Page 8-Saturday, April 7, 1979-The Michigan Daily
No rate increase for
Wilkenson discusses crime laws
By PATRICIA HAGEN
The University Family Housing
Rate Committee has recommended to
the Housing Division that rates for the
1672 family housing apartments not be
increased for the 1979-80 year.
The committee of residents and
Housing officials reported that an in-
crease in rental rates is unnecessary
because of the recent refinancing of
Northwood II, one of the six family
"IT'S PRETTY surprising in this
period of high inflation," commented
Norm Snustad, associate director of
Housing. Last year family housing
rates jumped 13 per cent despite
vigorous opposition by residents.
Without the refinancing, Snustad
projected that a 5.3 per cent increase
would have been necessary.
The Housing Division is currently
reviewing the committee's recommen-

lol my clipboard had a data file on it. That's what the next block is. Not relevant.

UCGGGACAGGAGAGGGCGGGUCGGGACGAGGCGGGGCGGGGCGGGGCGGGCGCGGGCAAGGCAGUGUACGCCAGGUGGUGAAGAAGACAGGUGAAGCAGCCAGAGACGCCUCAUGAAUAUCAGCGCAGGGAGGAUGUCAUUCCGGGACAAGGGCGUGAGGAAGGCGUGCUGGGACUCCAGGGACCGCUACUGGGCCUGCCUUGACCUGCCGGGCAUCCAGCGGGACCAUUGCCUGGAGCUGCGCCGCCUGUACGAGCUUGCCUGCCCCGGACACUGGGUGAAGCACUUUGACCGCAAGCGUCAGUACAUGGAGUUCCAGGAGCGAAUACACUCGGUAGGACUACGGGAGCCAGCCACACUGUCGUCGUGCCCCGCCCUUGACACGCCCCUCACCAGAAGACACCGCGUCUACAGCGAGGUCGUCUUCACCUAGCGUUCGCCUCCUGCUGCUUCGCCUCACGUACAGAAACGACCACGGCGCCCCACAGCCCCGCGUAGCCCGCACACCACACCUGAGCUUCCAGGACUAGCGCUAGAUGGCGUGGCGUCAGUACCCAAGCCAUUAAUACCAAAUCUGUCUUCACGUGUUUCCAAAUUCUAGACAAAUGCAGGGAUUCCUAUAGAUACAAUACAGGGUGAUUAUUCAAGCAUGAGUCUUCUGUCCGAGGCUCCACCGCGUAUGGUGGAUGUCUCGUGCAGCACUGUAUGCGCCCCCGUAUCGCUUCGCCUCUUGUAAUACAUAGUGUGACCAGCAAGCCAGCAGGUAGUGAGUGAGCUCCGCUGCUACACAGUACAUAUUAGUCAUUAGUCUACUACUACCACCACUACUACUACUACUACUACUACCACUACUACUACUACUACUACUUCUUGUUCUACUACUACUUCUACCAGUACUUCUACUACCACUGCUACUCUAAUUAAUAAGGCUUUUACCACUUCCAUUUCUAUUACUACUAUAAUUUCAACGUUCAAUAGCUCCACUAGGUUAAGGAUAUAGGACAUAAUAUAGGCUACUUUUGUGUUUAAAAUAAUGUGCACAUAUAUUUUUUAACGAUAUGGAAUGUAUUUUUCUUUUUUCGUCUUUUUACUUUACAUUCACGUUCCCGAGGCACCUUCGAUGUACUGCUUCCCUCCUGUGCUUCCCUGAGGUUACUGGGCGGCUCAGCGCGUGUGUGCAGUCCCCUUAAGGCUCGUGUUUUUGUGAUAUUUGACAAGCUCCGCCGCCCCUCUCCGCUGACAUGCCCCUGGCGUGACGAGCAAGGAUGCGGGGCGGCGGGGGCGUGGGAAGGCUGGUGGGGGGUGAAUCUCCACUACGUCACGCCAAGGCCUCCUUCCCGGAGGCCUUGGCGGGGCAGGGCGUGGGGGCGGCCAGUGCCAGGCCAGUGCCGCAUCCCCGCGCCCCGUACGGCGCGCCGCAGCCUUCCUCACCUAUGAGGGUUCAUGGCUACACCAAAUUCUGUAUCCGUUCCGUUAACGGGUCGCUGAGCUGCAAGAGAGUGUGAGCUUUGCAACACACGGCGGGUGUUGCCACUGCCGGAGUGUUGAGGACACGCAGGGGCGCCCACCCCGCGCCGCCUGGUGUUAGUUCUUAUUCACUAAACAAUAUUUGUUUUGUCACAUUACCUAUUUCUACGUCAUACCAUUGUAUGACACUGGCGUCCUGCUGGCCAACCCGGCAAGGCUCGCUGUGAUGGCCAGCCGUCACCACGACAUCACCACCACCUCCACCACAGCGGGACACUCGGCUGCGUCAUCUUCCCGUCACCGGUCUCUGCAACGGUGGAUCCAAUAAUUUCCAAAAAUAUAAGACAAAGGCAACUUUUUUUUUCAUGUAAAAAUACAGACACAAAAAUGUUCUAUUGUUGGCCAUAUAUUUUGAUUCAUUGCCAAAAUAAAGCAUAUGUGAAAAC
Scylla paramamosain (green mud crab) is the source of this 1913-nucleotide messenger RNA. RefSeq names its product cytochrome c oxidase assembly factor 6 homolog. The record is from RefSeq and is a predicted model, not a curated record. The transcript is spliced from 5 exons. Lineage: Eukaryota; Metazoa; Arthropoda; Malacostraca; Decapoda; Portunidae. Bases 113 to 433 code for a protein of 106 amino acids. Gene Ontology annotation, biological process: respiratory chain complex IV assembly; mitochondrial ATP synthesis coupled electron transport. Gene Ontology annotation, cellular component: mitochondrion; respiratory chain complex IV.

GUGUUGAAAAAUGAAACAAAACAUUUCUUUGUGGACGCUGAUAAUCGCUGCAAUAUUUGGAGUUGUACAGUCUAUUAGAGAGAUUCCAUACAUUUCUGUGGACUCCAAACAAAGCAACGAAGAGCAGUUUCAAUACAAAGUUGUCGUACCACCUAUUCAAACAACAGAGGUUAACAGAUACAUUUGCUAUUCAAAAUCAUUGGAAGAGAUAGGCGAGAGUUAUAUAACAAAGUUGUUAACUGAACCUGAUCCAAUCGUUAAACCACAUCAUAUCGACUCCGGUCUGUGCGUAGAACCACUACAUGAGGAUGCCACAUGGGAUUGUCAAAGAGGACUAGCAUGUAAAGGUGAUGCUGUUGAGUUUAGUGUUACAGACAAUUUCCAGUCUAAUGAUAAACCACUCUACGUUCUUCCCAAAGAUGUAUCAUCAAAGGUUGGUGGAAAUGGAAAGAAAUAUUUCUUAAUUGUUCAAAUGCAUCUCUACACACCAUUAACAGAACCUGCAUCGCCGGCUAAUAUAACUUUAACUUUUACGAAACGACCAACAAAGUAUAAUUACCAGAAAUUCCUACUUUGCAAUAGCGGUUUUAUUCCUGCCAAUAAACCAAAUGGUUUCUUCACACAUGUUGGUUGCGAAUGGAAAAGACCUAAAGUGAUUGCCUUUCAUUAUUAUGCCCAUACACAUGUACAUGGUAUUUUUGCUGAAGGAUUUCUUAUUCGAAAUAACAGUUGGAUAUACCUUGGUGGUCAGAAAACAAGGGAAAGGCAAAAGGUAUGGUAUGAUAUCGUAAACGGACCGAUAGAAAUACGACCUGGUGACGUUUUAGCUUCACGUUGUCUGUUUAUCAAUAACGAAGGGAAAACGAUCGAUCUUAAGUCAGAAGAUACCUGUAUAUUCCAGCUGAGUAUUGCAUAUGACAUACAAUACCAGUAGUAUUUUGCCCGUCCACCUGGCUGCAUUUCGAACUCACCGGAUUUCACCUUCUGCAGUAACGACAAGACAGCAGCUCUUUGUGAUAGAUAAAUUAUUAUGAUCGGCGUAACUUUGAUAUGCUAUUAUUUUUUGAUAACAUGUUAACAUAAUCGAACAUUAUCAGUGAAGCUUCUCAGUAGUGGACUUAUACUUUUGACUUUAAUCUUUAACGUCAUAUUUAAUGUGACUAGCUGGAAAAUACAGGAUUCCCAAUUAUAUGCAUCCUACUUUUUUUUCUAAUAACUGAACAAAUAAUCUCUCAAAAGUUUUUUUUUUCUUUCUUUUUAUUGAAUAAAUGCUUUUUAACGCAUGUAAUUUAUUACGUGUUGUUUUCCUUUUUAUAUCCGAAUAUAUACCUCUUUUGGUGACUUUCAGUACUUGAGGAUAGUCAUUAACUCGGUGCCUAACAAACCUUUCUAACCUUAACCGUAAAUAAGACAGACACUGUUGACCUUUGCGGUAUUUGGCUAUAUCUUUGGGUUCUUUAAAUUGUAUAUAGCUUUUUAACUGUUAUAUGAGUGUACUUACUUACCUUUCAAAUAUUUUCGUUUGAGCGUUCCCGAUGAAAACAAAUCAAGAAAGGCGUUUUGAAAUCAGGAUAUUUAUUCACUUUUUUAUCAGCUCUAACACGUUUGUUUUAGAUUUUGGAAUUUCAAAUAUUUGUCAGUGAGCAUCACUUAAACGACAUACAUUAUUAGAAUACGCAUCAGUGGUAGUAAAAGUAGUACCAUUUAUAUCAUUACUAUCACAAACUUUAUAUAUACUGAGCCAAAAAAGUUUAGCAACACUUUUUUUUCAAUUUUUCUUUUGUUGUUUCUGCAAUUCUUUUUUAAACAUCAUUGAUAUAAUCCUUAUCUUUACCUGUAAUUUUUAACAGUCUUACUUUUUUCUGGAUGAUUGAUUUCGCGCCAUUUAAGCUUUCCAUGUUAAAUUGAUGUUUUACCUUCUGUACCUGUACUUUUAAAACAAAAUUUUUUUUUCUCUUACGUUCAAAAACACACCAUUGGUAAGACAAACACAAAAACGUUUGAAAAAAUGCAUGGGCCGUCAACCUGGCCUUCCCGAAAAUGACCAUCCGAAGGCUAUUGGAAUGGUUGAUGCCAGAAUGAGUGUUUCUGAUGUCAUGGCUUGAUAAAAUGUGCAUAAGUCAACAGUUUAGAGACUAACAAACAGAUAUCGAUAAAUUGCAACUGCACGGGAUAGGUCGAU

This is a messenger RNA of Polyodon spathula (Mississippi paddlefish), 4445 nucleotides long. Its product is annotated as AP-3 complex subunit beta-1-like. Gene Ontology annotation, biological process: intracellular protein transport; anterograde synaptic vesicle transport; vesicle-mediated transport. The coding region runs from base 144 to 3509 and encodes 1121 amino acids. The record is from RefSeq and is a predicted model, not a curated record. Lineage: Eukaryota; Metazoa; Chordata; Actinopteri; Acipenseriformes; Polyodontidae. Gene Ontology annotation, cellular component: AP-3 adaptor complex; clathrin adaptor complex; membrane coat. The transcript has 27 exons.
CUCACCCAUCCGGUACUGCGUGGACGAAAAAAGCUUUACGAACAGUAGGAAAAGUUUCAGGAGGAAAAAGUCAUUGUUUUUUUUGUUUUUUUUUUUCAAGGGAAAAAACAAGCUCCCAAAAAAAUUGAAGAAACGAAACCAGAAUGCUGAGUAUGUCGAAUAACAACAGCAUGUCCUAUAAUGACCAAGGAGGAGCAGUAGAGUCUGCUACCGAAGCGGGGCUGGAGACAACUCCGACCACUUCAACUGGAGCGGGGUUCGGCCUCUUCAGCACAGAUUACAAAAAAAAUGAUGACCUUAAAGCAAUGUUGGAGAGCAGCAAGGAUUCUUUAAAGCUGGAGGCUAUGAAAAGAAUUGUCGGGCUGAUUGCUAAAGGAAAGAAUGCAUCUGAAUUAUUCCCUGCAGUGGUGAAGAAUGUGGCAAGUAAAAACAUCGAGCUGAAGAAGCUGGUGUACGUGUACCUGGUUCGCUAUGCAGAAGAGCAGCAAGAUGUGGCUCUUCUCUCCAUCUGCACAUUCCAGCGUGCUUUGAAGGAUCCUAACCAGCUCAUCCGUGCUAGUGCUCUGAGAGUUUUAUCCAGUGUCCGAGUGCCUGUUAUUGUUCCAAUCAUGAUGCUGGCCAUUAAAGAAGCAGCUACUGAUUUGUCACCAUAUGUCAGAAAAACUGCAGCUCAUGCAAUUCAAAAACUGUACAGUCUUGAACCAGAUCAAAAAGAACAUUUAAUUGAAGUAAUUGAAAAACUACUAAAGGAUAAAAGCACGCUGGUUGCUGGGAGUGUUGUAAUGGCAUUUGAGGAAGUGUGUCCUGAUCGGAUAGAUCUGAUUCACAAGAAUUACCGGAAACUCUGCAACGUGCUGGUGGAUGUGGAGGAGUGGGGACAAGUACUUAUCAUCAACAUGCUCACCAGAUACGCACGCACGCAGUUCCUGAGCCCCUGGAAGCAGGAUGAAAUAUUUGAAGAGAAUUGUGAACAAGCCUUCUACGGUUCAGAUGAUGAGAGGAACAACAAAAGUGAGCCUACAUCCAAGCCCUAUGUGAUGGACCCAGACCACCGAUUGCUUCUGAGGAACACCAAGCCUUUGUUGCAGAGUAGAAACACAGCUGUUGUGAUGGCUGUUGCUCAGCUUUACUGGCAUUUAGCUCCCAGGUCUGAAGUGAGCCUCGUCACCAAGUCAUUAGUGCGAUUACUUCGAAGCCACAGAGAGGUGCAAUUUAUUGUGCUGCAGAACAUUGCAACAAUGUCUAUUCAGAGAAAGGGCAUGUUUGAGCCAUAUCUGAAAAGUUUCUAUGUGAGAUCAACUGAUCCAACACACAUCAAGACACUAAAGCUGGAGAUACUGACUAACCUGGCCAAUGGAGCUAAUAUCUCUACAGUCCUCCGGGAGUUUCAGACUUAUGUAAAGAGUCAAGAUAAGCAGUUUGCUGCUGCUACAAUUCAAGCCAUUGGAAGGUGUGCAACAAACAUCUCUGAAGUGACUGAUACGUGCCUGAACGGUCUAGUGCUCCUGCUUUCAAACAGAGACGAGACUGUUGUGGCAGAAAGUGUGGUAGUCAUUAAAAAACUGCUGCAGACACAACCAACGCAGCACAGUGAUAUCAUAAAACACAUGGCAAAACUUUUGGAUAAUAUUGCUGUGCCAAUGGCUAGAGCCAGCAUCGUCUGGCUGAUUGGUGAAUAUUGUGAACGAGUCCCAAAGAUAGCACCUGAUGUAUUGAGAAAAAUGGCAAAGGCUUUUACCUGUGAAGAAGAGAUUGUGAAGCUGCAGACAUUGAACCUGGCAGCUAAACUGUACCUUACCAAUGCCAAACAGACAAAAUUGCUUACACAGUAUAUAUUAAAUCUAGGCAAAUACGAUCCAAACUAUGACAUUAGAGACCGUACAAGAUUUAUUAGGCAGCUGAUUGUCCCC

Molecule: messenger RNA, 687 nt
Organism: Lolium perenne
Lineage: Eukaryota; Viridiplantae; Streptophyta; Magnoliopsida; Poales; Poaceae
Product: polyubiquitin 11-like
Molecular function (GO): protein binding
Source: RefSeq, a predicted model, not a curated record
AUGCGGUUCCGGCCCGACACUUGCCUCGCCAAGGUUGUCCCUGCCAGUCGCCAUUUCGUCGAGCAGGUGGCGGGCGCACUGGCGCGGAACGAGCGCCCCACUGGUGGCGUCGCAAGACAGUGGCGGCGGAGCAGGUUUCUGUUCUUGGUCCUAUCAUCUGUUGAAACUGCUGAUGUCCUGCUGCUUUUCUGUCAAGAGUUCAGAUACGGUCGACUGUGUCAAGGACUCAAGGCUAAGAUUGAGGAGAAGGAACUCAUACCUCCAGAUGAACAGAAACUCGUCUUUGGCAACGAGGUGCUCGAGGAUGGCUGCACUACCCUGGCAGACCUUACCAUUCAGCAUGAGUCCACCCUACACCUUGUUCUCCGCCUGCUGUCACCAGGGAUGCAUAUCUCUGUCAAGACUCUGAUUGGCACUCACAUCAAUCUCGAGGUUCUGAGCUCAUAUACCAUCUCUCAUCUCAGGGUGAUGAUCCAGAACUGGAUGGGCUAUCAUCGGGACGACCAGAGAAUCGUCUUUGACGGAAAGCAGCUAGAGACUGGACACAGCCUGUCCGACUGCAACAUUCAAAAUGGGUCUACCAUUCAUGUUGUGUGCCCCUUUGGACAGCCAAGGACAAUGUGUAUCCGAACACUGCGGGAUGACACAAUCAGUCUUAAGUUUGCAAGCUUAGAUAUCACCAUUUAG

ation and will present a final recom-
mnmdation to the Regents at the April 19
n ,eting. Only slight modifications of
_ e committee's list of recommen-
dations are planned by Housing of-
ficials before presentation to the
SNUSTAD EXPECTS the recom-
mendation to be approved but he
cautioned, "We don't presume anything
until the Regents meet."
The existing bond on Northwood II
will be paid off and the unit will be
refinanced by a federal loan from the
Department of Housing and Urban
Development (HUD) for the energy
conservation program. HUD is curren-
tly reviewing the loan application and
Snustad said he fully expects it to be
"Refinancing Northwood II allows us
to use money that previously went to
bond payments for capital im-
provements," explained Snustad.
THE MONEY previously required for
bond prepayments will be contributed
to the General Student Resident Reser-
ve (GSRR) account. Each University
housing unit contributes to the GSRR
which is a general fund used for capital
improvements and maintenance on all
By JULIE BROWN